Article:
The northerners’ boast is that their patch is somehow more “real” than any other loosely defined part of England. It is an odd boast, for as Gordon Burn demonstrated in Somebody’s Husband, Somebody’s Son, his gruesome portrait of the milieu which the Yorkshire Ripper frequented, “real” in this sense is measured in complaints, xenophobia, misogyny, suffering, special pleading, self-pity, brutality, the masochistic pride of endurance, pecuniary and climatic hardship, boorish localism and the fact that there is no building stone with so butch a name as millstone grit.
Halifax’s cobbles are no more real, without quotes, than, say, the clipped verges of Kenilworth or Leamington where “the quality” of Coventry beds down.
Trelford is hardly alone in this harmless alteration. Ian Nairn, born in Bedford and brought up in Frimley, an adjunct of Camberley, used to pretend that he came from Jarrow. It was pointed out to David Storey, a genuine northerner, that for all his leftish principles and loyalty to Wakefield he lived in Hampstead: “Yes I do — but in a working-class part of Hampstead.” Parkinson, then, presumably lives in a working-class part of Bray. Do there exist aspirant South Walians? Improbable. Wannabe Ipswichians? Pull the other one.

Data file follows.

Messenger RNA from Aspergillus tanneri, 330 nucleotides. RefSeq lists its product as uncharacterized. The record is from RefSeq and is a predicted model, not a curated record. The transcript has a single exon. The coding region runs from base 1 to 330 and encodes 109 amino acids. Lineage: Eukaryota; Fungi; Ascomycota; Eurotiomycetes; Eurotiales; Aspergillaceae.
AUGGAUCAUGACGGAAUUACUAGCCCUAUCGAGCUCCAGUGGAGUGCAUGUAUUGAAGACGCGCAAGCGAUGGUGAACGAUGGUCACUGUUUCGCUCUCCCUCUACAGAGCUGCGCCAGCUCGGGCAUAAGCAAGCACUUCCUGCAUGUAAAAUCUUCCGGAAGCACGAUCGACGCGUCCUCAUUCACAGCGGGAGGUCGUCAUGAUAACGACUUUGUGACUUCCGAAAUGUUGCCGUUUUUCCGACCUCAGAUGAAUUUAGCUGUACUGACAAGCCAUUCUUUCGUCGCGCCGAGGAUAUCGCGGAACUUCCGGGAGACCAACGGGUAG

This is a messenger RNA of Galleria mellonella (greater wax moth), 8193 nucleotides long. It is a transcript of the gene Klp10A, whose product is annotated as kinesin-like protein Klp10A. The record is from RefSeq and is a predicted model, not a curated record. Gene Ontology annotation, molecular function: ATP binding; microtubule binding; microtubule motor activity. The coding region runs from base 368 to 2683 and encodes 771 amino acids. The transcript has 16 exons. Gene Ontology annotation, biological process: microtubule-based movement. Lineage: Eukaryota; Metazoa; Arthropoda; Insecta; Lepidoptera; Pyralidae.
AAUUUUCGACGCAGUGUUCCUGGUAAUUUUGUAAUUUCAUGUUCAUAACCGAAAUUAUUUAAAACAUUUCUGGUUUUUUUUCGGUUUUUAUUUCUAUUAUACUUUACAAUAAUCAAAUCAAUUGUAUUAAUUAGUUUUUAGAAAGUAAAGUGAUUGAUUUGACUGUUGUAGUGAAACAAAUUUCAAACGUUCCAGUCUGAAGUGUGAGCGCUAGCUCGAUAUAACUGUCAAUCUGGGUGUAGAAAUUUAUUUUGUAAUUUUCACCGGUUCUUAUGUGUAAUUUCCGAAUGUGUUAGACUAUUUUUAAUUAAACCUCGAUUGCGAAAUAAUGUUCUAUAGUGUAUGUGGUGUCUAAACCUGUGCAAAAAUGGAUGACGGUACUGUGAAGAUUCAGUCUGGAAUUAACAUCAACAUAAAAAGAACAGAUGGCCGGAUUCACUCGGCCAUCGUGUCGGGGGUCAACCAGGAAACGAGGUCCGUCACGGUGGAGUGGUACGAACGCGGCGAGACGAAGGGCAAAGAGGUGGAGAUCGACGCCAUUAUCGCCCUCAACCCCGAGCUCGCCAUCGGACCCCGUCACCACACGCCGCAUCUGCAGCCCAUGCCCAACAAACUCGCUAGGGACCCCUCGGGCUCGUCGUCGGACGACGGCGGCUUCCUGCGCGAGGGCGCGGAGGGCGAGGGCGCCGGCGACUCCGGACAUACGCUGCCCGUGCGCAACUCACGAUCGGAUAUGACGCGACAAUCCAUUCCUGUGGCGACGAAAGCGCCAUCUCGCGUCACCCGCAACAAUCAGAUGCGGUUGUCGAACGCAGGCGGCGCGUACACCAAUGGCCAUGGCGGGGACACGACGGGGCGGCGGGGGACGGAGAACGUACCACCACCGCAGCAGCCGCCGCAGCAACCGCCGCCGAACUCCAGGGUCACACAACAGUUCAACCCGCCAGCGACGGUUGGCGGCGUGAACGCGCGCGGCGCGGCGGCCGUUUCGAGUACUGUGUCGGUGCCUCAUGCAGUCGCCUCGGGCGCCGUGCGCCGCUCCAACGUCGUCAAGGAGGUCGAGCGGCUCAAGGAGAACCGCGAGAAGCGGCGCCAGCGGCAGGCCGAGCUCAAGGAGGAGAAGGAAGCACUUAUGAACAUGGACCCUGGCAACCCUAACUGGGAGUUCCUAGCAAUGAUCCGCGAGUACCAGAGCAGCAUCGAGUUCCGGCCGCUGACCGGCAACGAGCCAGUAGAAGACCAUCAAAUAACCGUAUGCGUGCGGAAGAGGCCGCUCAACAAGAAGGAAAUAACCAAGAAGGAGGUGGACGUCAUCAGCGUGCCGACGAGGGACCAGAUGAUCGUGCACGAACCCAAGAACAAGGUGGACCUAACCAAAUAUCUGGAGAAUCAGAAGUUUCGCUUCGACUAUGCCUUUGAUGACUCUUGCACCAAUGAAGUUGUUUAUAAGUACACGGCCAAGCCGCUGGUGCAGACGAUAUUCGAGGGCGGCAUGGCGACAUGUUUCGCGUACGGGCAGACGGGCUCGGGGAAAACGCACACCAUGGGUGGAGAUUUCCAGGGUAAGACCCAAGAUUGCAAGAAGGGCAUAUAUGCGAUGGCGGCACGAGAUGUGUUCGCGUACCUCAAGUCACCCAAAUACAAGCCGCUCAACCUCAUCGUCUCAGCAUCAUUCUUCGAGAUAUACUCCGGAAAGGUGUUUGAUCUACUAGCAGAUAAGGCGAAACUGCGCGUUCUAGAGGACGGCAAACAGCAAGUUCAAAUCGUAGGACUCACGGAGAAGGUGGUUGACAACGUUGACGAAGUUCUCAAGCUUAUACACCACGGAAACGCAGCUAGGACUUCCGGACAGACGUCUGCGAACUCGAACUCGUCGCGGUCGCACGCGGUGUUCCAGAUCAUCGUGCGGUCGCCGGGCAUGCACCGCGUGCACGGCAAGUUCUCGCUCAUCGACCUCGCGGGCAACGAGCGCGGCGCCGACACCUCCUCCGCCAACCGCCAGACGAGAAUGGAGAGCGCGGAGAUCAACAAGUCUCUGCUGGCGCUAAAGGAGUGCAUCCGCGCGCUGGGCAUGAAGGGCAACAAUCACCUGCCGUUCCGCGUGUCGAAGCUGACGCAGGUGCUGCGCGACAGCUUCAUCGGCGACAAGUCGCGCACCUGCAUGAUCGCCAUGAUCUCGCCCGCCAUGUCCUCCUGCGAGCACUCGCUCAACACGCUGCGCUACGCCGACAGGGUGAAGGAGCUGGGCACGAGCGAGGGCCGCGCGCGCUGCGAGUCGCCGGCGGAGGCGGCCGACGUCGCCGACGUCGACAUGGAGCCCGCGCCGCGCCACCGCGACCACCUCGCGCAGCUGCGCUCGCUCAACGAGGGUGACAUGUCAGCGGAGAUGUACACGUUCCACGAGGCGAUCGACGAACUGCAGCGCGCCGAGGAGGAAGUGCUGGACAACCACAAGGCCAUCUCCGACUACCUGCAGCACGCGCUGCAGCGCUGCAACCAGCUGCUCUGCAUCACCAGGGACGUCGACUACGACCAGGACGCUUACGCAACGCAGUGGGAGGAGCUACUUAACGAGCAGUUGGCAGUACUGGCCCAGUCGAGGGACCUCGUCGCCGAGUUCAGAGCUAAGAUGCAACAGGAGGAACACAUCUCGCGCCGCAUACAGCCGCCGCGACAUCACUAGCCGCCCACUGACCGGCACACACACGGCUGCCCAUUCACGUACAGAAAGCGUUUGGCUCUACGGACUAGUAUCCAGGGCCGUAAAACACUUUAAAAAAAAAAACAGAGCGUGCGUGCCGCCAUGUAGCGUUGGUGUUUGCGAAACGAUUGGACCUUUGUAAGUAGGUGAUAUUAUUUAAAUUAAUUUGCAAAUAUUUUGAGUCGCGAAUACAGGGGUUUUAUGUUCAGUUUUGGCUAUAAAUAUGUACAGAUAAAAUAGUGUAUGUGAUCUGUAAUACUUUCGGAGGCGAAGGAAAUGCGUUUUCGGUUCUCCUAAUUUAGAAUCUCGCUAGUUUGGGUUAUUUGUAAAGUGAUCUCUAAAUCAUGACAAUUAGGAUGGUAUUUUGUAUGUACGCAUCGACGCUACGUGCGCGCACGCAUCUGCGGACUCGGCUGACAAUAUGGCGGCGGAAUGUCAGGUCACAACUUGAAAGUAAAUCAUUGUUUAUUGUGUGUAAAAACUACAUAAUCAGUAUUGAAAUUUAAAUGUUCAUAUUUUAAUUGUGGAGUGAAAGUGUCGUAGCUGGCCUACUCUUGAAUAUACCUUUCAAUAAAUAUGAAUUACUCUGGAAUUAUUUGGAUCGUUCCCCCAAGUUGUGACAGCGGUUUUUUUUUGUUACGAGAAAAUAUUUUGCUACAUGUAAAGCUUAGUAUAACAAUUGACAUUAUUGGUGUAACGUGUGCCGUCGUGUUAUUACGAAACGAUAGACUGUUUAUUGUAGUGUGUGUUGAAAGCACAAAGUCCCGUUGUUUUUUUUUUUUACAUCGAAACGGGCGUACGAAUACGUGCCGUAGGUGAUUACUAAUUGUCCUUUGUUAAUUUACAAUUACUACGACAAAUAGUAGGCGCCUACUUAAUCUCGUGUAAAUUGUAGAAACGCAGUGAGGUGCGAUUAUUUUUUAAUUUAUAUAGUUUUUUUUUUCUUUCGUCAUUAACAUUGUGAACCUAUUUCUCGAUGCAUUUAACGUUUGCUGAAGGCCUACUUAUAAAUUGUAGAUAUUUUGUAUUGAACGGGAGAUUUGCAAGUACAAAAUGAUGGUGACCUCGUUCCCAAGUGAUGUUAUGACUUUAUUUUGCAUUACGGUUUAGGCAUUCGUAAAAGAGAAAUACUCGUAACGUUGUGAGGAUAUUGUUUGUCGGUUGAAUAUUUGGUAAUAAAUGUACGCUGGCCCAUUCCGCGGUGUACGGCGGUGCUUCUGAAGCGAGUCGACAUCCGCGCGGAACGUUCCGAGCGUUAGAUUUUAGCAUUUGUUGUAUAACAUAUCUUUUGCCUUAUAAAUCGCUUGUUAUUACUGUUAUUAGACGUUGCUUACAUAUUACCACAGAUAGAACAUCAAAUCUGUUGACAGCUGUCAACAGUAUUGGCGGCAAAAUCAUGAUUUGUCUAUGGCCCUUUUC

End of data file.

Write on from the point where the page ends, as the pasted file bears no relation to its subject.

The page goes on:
Does anyone long to belong to Nottingham? Very probably. We are in dodgy territory. My uncle, Harry Turner Meades, was Town Clerk of Burton upon Trent from the mid-1950s till the early ’70s. He was a committed Midlander, a seldom acknowledged species which does not advertise itself, nor does it travel.
Born Evesham, University of Birmingham, working life there and Burton. He loved, could recognise and mimic its many accents, which are routinely mocked. His Lawrenceolatry would have been attenuated had, say, Sons and Lovers been the work of a Lancastrian writer. He felt at one with Housman. He longed to hear Shakespeare’s work spoken as it would have been in 1600.
The Midlands are hurried through, unappreciated on the way to somewhere else